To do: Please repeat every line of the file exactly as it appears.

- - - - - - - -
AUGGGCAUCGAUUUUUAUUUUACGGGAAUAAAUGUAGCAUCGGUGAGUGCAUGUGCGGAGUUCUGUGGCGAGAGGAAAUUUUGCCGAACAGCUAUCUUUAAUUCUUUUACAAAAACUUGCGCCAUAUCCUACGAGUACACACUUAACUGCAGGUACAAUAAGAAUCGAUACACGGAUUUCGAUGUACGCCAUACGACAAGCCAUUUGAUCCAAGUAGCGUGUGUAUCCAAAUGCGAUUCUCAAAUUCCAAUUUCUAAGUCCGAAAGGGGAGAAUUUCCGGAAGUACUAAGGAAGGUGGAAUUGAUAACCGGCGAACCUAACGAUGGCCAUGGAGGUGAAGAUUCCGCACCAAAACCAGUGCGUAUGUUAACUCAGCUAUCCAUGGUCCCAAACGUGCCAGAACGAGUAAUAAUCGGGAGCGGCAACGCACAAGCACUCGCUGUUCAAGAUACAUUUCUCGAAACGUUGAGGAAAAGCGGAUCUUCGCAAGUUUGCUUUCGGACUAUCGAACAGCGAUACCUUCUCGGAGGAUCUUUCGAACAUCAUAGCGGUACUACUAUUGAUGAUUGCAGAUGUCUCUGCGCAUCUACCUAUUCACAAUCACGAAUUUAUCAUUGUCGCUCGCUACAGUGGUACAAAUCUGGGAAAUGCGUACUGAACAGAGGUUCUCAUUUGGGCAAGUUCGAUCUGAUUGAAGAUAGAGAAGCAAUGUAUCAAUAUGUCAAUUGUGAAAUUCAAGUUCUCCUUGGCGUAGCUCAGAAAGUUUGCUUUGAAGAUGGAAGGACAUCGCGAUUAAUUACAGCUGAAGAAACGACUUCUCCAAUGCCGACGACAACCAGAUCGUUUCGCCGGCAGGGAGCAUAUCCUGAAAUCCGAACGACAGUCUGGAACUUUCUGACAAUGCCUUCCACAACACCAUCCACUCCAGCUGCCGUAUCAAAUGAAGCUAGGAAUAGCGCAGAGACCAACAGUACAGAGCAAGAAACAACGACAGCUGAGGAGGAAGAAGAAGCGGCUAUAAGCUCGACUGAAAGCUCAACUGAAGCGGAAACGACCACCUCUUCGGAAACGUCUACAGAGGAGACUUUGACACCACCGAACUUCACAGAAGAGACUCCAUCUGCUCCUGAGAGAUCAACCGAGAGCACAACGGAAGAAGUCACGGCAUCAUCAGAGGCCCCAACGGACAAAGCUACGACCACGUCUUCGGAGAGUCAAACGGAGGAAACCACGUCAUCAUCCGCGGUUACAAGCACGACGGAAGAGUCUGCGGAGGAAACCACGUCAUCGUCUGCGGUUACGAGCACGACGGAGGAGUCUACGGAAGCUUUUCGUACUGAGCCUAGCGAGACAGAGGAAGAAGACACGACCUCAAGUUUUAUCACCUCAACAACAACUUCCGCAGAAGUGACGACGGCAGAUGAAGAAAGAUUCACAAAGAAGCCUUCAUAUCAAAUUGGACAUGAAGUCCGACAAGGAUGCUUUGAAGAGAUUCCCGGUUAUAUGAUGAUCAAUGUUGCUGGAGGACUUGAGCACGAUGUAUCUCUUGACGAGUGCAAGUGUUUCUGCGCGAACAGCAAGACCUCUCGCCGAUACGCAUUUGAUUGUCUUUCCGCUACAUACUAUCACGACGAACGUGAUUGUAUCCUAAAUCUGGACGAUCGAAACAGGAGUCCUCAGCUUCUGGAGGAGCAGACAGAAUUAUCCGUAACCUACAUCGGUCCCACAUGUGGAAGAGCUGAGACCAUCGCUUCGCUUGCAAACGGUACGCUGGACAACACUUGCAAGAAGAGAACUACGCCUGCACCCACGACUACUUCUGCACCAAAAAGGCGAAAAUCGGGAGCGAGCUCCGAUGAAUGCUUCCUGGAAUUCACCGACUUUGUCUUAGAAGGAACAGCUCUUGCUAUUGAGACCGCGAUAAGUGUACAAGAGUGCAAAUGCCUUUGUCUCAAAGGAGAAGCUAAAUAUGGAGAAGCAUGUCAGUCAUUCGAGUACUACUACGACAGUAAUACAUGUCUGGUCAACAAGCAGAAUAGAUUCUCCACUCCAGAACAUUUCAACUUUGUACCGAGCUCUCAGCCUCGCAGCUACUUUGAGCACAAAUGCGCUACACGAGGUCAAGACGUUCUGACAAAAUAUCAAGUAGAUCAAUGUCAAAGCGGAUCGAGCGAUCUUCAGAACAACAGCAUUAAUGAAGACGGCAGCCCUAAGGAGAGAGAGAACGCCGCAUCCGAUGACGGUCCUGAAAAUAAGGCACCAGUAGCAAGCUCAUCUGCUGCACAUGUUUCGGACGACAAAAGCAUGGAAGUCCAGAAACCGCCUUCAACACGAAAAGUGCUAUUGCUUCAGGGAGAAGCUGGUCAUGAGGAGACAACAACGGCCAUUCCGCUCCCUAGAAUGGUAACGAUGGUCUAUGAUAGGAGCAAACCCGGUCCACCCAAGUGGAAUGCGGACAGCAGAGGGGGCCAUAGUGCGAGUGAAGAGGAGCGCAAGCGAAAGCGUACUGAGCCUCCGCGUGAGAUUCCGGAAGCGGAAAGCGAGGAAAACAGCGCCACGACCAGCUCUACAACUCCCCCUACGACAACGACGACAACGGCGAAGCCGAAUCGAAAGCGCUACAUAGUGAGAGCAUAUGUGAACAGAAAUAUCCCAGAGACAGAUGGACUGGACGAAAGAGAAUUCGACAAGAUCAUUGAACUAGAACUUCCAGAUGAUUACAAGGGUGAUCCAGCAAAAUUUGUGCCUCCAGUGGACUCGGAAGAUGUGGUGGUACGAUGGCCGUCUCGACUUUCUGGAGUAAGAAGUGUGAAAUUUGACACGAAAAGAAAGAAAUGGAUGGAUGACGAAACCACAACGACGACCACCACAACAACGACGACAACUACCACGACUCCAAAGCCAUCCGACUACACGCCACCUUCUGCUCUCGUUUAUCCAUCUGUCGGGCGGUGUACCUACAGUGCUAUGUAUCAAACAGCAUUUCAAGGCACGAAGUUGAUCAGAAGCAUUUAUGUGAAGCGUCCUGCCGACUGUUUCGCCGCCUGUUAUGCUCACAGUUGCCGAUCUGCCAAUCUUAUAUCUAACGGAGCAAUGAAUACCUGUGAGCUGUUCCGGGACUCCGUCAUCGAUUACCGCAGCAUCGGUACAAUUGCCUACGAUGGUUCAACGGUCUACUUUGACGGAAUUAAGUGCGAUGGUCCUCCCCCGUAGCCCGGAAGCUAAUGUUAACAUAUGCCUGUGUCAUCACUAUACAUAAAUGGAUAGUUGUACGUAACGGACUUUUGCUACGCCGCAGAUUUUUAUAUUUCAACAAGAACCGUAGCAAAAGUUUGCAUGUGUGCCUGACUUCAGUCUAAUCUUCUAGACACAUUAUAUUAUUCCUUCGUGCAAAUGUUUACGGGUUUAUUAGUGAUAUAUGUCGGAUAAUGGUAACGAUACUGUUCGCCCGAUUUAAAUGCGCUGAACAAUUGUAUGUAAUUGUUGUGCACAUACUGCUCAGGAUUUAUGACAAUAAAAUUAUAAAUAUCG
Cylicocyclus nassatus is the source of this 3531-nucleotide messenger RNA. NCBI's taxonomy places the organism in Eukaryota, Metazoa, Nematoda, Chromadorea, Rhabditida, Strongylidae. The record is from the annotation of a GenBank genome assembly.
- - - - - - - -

AUGGGCAUCGAUUUUUAUUUUACGGGAAUAAAUGUAGCAUCGGUGAGUGCAUGUGCGGAGUUCUGUGGCGAGAGGAAAUUUUGCCGAACAGCUAUCUUUAAUUCUUUUACAAAAACUUGCGCCAUAUCCUACGAGUACACACUUAACUGCAGGUACAAUAAGAAUCGAUACACGGAUUUCGAUGUACGCCAUACGACAAGCCAUUUGAUCCAAGUAGCGUGUGUAUCCAAAUGCGAUUCUCAAAUUCCAAUUUCUAAGUCCGAAAGGGGAGAAUUUCCGGAAGUACUAAGGAAGGUGGAAUUGAUAACCGGCGAACCUAACGAUGGCCAUGGAGGUGAAGAUUCCGCACCAAAACCAGUGCGUAUGUUAACUCAGCUAUCCAUGGUCCCAAACGUGCCAGAACGAGUAAUAAUCGGGAGCGGCAACGCACAAGCACUCGCUGUUCAAGAUACAUUUCUCGAAACGUUGAGGAAAAGCGGAUCUUCGCAAGUUUGCUUUCGGACUAUCGAACAGCGAUACCUUCUCGGAGGAUCUUUCGAACAUCAUAGCGGUACUACUAUUGAUGAUUGCAGAUGUCUCUGCGCAUCUACCUAUUCACAAUCACGAAUUUAUCAUUGUCGCUCGCUACAGUGGUACAAAUCUGGGAAAUGCGUACUGAACAGAGGUUCUCAUUUGGGCAAGUUCGAUCUGAUUGAAGAUAGAGAAGCAAUGUAUCAAUAUGUCAAUUGUGAAAUUCAAGUUCUCCUUGGCGUAGCUCAGAAAGUUUGCUUUGAAGAUGGAAGGACAUCGCGAUUAAUUACAGCUGAAGAAACGACUUCUCCAAUGCCGACGACAACCAGAUCGUUUCGCCGGCAGGGAGCAUAUCCUGAAAUCCGAACGACAGUCUGGAACUUUCUGACAAUGCCUUCCACAACACCAUCCACUCCAGCUGCCGUAUCAAAUGAAGCUAGGAAUAGCGCAGAGACCAACAGUACAGAGCAAGAAACAACGACAGCUGAGGAGGAAGAAGAAGCGGCUAUAAGCUCGACUGAAAGCUCAACUGAAGCGGAAACGACCACCUCUUCGGAAACGUCUACAGAGGAGACUUUGACACCACCGAACUUCACAGAAGAGACUCCAUCUGCUCCUGAGAGAUCAACCGAGAGCACAACGGAAGAAGUCACGGCAUCAUCAGAGGCCCCAACGGACAAAGCUACGACCACGUCUUCGGAGAGUCAAACGGAGGAAACCACGUCAUCAUCCGCGGUUACAAGCACGACGGAAGAGUCUGCGGAGGAAACCACGUCAUCGUCUGCGGUUACGAGCACGACGGAGGAGUCUACGGAAGCUUUUCGUACUGAGCCUAGCGAGACAGAGGAAGAAGACACGACCUCAAGUUUUAUCACCUCAACAACAACUUCCGCAGAAGUGACGACGGCAGAUGAAGAAAGAUUCACAAAGAAGCCUUCAUAUCAAAUUGGACAUGAAGUCCGACAAGGAUGCUUUGAAGAGAUUCCCGGUUAUAUGAUGAUCAAUGUUGCUGGAGGACUUGAGCACGAUGUAUCUCUUGACGAGUGCAAGUGUUUCUGCGCGAACAGCAAGACCUCUCGCCGAUACGCAUUUGAUUGUCUUUCCGCUACAUACUAUCACGACGAACGUGAUUGUAUCCUAAAUCUGGACGAUCGAAACAGGAGUCCUCAGCUUCUGGAGGAGCAGACAGAAUUAUCCGUAACCUACAUCGGUCCCACAUGUGGAAGAGCUGAGACCAUCGCUUCGCUUGCAAACGGUACGCUGGACAACACUUGCAAGAAGAGAACUACGCCUGCACCCACGACUACUUCUGCACCAAAAAGGCGAAAAUCGGGAGCGAGCUCCGAUGAAUGCUUCCUGGAAUUCACCGACUUUGUCUUAGAAGGAACAGCUCUUGCUAUUGAGACCGCGAUAAGUGUACAAGAGUGCAAAUGCCUUUGUCUCAAAGGAGAAGCUAAAUAUGGAGAAGCAUGUCAGUCAUUCGAGUACUACUACGACAGUAAUACAUGUCUGGUCAACAAGCAGAAUAGAUUCUCCACUCCAGAACAUUUCAACUUUGUACCGAGCUCUCAGCCUCGCAGCUACUUUGAGCACAAAUGCGCUACACGAGGUCAAGACGUUCUGACAAAAUAUCAAGUAGAUCAAUGUCAAAGCGGAUCGAGCGAUCUUCAGAACAACAGCAUUAAUGAAGACGGCAGCCCUAAGGAGAGAGAGAACGCCGCAUCCGAUGACGGUCCUGAAAAUAAGGCACCAGUAGCAAGCUCAUCUGCUGCACAUGUUUCGGACGACAAAAGCAUGGAAGUCCAGAAACCGCCUUCAACACGAAAAGUGCUAUUGCUUCAGGGAGAAGCUGGUCAUGAGGAGACAACAACGGCCAUUCCGCUCCCUAGAAUGGUAACGAUGGUCUAUGAUAGGAGCAAACCCGGUCCACCCAAGUGGAAUGCGGACAGCAGAGGGGGCCAUAGUGCGAGUGAAGAGGAGCGCAAGCGAAAGCGUACUGAGCCUCCGCGUGAGAUUCCGGAAGCGGAAAGCGAGGAAAACAGCGCCACGACCAGCUCUACAACUCCCCCUACGACAACGACGACAACGGCGAAGCCGAAUCGAAAGCGCUACAUAGUGAGAGCAUAUGUGAACAGAAAUAUCCCAGAGACAGAUGGACUGGACGAAAGAGAAUUCGACAAGAUCAUUGAACUAGAACUUCCAGAUGAUUACAAGGGUGAUCCAGCAAAAUUUGUGCCUCCAGUGGACUCGGAAGAUGUGGUGGUACGAUGGCCGUCUCGACUUUCUGGAGUAAGAAGUGUGAAAUUUGACACGAAAAGAAAGAAAUGGAUGGAUGACGAAACCACAACGACGACCACCACAACAACGACGACAACUACCACGACUCCAAAGCCAUCCGACUACACGCCACCUUCUGCUCUCGUUUAUCCAUCUGUCGGGCGGUGUACCUACAGUGCUAUGUAUCAAACAGCAUUUCAAGGCACGAAGUUGAUCAGAAGCAUUUAUGUGAAGCGUCCUGCCGACUGUUUCGCCGCCUGUUAUGCUCACAGUUGCCGAUCUGCCAAUCUUAUAUCUAACGGAGCAAUGAAUACCUGUGAGCUGUUCCGGGACUCCGUCAUCGAUUACCGCAGCAUCGGUACAAUUGCCUACGAUGGUUCAACGGUCUACUUUGACGGAAUUAAGUGCGAUGGUCCUCCCCCGUAGCCCGGAAGCUAAUGUUAACAUAUGCCUGUGUCAUCACUAUACAUAAAUGGAUAGUUGUACGUAACGGACUUUUGCUACGCCGCAGAUUUUUAUAUUUCAACAAGAACCGUAGCAAAAGUUUGCAUGUGUGCCUGACUUCAGUCUAAUCUUCUAGACACAUUAUAUUAUUCCUUCGUGCAAAUGUUUACGGGUUUAUUAGUGAUAUAUGUCGGAUAAUGGUAACGAUACUGUUCGCCCGAUUUAAAUGCGCUGAACAAUUGUAUGUAAUUGUUGUGCACAUACUGCUCAGGAUUUAUGACAAUAAAAUUAUAAAUAUCG
Cylicocyclus nassatus is the source of this 3531-nucleotide messenger RNA. NCBI's taxonomy places the organism in Eukaryota, Metazoa, Nematoda, Chromadorea, Rhabditida, Strongylidae. The record is from the annotation of a GenBank genome assembly.